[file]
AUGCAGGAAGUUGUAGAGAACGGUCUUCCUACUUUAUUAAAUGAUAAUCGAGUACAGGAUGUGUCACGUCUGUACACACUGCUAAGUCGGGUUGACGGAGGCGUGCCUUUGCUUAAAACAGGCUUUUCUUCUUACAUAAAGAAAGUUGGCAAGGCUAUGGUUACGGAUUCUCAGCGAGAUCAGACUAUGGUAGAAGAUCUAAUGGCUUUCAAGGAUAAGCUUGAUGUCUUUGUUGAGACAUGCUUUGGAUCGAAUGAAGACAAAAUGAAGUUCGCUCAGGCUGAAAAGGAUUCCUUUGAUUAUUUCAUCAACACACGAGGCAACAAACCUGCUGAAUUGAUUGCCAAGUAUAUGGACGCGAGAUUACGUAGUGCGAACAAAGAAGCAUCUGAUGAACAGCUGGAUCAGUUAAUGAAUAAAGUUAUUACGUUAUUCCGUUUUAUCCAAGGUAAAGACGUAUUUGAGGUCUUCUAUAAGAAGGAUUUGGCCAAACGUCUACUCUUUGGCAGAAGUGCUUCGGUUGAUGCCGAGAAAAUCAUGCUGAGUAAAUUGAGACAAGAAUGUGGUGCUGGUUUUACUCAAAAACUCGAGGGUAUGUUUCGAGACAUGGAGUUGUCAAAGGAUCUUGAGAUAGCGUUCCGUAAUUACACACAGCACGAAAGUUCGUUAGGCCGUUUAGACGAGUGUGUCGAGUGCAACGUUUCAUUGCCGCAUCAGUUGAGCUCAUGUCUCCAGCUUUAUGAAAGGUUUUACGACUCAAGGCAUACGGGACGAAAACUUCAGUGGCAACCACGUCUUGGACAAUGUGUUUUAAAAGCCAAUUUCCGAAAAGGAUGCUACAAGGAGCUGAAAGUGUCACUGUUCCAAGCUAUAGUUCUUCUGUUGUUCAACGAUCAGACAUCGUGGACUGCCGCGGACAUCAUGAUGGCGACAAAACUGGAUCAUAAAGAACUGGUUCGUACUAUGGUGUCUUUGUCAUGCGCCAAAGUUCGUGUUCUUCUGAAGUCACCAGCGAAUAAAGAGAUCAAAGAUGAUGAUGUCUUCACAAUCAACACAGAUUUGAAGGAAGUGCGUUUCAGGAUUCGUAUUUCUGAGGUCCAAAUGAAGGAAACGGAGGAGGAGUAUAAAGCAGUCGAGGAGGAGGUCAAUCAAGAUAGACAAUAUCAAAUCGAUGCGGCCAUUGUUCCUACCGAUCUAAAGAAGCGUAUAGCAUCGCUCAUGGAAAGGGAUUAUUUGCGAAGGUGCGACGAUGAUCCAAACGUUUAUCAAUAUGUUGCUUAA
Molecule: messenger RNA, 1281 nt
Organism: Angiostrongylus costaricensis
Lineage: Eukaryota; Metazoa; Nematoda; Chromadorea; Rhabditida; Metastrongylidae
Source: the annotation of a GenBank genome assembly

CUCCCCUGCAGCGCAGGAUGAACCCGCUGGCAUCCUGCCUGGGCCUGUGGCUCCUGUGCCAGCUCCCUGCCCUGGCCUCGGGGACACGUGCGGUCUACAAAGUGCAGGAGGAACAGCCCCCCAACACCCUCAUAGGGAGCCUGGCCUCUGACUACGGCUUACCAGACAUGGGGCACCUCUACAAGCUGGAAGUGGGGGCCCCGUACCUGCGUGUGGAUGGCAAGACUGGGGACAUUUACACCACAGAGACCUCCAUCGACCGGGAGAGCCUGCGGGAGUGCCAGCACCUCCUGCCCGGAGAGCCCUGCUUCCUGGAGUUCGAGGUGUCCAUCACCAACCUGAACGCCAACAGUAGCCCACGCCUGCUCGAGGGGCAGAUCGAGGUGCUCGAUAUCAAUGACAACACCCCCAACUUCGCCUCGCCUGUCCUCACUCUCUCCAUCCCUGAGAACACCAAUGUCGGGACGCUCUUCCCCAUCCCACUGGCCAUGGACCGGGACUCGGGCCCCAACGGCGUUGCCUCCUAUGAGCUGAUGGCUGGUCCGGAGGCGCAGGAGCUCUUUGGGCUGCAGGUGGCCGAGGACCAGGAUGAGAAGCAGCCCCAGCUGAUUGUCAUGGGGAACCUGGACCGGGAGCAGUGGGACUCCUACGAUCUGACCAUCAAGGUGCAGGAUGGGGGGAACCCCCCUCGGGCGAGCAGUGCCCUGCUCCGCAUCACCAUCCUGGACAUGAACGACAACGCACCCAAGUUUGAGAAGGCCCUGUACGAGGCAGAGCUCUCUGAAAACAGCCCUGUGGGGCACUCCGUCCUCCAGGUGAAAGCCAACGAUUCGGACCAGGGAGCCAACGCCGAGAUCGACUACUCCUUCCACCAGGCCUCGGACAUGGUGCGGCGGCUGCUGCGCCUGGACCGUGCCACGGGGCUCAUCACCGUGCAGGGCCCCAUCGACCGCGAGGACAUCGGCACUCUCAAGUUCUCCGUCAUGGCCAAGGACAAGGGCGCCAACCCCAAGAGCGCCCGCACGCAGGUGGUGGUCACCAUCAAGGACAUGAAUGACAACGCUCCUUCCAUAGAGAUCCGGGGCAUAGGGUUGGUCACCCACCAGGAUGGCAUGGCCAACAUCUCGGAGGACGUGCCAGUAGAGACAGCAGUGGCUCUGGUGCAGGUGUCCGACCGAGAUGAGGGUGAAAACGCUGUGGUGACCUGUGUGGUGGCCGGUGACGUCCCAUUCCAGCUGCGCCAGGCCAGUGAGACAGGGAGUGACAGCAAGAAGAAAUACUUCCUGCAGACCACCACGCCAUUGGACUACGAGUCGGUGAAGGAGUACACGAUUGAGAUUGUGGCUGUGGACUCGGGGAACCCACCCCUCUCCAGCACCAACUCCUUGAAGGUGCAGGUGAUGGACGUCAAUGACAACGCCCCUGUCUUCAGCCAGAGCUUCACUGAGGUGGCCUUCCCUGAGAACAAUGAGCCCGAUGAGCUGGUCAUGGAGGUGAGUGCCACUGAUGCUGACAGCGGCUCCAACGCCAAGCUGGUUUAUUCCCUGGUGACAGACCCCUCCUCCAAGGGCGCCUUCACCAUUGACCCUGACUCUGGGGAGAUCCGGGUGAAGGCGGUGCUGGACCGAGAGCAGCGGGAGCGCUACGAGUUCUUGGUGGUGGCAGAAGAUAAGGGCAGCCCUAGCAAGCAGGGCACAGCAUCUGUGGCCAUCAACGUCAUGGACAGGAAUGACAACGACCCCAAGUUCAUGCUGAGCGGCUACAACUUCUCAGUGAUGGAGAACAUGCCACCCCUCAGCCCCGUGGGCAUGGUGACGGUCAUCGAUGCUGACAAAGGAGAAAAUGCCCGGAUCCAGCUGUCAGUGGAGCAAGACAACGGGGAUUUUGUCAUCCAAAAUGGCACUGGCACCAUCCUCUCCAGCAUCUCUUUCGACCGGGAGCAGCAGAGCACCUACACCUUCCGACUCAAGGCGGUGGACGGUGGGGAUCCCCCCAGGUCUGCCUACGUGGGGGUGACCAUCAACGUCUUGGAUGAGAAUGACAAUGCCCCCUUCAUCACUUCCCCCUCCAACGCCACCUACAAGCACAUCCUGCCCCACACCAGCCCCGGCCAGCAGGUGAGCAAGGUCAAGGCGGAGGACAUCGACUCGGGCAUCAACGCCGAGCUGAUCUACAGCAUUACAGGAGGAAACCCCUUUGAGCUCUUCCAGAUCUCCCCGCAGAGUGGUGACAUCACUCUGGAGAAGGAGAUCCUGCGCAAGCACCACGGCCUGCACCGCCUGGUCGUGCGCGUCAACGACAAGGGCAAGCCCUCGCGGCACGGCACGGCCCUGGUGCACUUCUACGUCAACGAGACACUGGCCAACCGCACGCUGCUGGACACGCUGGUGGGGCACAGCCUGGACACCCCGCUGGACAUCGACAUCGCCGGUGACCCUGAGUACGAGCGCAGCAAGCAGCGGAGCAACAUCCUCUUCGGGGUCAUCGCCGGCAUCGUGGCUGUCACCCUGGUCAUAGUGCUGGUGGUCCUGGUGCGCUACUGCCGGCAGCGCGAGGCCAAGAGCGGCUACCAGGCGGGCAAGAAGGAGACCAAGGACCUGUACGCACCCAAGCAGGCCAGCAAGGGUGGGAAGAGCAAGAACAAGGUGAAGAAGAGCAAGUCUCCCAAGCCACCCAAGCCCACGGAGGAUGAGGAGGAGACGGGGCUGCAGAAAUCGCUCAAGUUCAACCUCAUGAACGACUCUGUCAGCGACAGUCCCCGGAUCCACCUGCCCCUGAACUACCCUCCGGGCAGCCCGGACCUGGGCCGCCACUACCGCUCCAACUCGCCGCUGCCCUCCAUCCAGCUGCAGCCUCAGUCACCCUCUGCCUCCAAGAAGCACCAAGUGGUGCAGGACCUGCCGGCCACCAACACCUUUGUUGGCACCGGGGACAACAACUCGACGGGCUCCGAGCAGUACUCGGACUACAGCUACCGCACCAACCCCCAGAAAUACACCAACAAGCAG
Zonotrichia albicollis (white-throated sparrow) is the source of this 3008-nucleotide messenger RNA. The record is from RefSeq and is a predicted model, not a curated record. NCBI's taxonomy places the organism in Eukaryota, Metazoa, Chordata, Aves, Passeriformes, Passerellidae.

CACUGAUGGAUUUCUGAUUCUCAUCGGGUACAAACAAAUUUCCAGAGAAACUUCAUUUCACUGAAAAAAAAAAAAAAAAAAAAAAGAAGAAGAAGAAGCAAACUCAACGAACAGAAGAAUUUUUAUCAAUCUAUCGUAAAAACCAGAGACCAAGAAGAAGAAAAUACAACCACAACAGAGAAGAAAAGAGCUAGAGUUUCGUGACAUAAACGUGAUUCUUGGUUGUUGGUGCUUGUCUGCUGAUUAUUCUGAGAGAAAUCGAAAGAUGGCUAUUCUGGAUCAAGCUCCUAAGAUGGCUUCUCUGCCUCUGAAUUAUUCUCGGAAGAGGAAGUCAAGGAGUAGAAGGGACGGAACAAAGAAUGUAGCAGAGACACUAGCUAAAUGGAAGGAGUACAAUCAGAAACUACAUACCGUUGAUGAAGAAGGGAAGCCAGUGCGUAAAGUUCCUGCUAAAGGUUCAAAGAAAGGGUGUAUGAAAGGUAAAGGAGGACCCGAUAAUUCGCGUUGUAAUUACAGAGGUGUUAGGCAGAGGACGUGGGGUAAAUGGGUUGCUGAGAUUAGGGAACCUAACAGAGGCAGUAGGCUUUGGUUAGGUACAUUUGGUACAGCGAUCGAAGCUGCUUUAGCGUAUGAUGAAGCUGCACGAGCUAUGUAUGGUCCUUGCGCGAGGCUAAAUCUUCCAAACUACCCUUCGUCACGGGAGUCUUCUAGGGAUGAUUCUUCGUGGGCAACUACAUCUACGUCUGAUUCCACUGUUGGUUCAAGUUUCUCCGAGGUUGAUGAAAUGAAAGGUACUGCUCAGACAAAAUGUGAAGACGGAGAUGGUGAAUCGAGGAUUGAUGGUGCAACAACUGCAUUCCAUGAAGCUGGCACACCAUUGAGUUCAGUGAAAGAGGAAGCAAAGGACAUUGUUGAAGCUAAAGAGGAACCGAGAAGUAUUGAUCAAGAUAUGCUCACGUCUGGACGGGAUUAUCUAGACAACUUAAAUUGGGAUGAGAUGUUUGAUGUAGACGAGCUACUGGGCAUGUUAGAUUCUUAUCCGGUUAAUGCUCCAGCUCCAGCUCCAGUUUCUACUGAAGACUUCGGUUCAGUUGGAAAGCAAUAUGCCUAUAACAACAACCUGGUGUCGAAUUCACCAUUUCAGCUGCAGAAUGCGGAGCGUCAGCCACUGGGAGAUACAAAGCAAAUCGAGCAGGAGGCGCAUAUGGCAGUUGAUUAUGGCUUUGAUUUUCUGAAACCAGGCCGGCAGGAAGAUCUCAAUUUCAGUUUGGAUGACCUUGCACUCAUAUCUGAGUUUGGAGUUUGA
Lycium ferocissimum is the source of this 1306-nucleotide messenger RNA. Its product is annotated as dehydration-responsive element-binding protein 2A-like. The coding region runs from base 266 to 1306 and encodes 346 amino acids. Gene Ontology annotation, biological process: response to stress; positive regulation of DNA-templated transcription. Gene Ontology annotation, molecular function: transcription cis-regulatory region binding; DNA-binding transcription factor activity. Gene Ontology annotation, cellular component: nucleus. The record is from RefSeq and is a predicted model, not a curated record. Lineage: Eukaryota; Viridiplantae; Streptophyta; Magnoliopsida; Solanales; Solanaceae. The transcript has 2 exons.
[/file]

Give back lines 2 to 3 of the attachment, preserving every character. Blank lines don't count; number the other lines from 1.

Molecule: messenger RNA, 1281 nt
Organism: Angiostrongylus costaricensis